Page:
“The Message of Divine Mercy has always been near and dear to me. It is as if history had inscribed it in the tragic experience of the Second World War. In those difficult years it was a particular support and an inexhaustible source of hope, not only for the people of Krakow but for the entire nation. This was also my personal experience, which I took with me to the See of Peter and which in a sense forms the image of this Pontificate.” – these words uttered by Pope John Paul II at the Shrine of Divine Mercy in Krakow-Łagiewniki are key to the understanding of his life, teaching and apostolic ministry. Inspired by the message of Divine Mercy, which God revealed through Sister Faustina, John Paul II wrote the Encyclical, Dives in Misericordia, the first in the history of the Church to be devoted to Divine Mercy; introduced the feast of Divine Mercy into the Liturgy of the Church on the first Sunday after Easter; and entrusted the whole world to Divine Mercy, so that humanity could find in It salvation and the light of hope.
Then followed particular events that became ideal occasions for showing to the world the message of Mercy – the truth of which is revealed in the pages of the Old and New Testaments.
These were : the beatification and canonization of Sister Faustina; pilgrimages to the Shrine of Divine Mercy in Krakow-Łagiewniki; the subsequent turn of the century with great threats in the new millennium; not forgetting this Pope’s apostolic journeys and ordinary teaching, for example when offering the prayer Regina Caeli, Exploring the mystery of the merciful love of God for man led John Paul II to present evangelical models: trust in God and mercy toward our neighbour. John Paul II repeatedly called for Christians in our day to become apostles and witnesses of this truth of faith, because – as he stated – “There is nothing that man needs more than Divine Mercy – that love which is benevolent, which is compassionate, which raises man above his weakness to the infinite heights of the holiness of God.” The date of his death became a sign for the Church and for the world, as it occurred on Saturday, 2 April 2005, the Eve of the Feast of Mercy, a Feast already celebrated in the Church’s liturgy. It was as if, in this way too, the Holy Father had yet again pointed to what is most important for the Church and for the world. The road of hope passes through getting to know the mercy of God, entrusting everything to Him, and doing good to others.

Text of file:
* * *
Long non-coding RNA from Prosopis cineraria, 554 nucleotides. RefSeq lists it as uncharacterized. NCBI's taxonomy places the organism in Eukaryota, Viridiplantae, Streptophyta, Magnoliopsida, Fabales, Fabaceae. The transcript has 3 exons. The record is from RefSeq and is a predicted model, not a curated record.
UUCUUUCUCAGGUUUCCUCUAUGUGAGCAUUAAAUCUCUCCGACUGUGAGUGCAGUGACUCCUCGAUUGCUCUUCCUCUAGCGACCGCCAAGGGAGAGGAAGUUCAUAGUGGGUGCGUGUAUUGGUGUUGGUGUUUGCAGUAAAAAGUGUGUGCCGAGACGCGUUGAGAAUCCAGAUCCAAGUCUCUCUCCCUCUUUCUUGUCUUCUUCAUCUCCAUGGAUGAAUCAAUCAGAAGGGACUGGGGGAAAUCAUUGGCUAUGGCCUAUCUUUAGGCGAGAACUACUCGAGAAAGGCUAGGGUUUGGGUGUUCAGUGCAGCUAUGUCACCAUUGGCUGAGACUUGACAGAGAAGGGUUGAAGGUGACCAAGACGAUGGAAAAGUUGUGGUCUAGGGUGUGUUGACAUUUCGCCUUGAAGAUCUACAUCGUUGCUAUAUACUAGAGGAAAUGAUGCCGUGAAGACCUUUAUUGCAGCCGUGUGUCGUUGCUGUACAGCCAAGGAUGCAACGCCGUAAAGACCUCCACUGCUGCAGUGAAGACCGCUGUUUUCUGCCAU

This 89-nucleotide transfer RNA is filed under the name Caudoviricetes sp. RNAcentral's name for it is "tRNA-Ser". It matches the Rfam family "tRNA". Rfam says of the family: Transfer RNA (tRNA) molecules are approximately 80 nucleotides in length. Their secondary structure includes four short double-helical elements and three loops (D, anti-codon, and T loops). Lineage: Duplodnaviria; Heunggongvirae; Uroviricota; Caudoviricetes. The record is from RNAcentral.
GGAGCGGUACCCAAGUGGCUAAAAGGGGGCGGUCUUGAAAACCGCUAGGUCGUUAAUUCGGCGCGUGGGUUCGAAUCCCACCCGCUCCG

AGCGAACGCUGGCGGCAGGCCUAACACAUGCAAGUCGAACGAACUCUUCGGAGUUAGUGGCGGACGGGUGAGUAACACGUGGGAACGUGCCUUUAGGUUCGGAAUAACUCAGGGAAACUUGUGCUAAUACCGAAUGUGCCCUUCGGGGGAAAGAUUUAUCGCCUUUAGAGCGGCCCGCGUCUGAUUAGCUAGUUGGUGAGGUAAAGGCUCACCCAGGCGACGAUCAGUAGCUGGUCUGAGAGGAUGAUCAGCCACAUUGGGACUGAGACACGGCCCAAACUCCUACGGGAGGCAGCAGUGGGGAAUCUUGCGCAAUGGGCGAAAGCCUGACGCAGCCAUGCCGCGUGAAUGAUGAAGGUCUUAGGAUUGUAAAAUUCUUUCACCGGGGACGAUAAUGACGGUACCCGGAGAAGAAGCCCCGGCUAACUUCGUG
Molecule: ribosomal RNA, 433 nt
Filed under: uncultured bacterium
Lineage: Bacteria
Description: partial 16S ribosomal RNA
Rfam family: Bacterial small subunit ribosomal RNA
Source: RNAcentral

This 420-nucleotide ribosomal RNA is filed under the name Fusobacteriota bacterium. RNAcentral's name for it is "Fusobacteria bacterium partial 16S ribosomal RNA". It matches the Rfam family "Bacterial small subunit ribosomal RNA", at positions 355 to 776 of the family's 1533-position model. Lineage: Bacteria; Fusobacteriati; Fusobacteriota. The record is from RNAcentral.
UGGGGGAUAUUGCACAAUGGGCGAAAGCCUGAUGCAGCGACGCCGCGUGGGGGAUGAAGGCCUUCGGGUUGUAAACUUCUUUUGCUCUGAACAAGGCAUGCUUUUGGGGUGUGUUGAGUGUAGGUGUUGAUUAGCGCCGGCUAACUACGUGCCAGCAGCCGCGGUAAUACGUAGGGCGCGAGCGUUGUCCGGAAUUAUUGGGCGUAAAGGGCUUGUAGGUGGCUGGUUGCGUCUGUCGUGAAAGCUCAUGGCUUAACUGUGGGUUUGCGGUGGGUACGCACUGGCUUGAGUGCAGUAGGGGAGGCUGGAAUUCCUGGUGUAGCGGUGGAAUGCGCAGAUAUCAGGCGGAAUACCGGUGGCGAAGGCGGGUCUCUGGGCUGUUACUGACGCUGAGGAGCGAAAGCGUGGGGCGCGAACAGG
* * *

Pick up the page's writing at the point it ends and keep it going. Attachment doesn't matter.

“How greatly today’s world needs the mercy of God!” – said John Paul II in Łagiewniki in 2002 – “In every continent, from the depth of human suffering, a cry for mercy seems to rise up. Where hatred and the thirst for revenge dominate, where war brings suffering and death to the innocent, there the grace of mercy is needed in order to settle human minds and hearts and to bring about peace. Wherever respect for life and human dignity are lacking, there is need of God’s merciful love, in whose light we see the inexpressible value of every human being. Mercy is needed in order to ensure that every injustice in the world will come to an end in the splendour of truth. (…) In the mercy of God the world will find peace and mankind will find happiness!”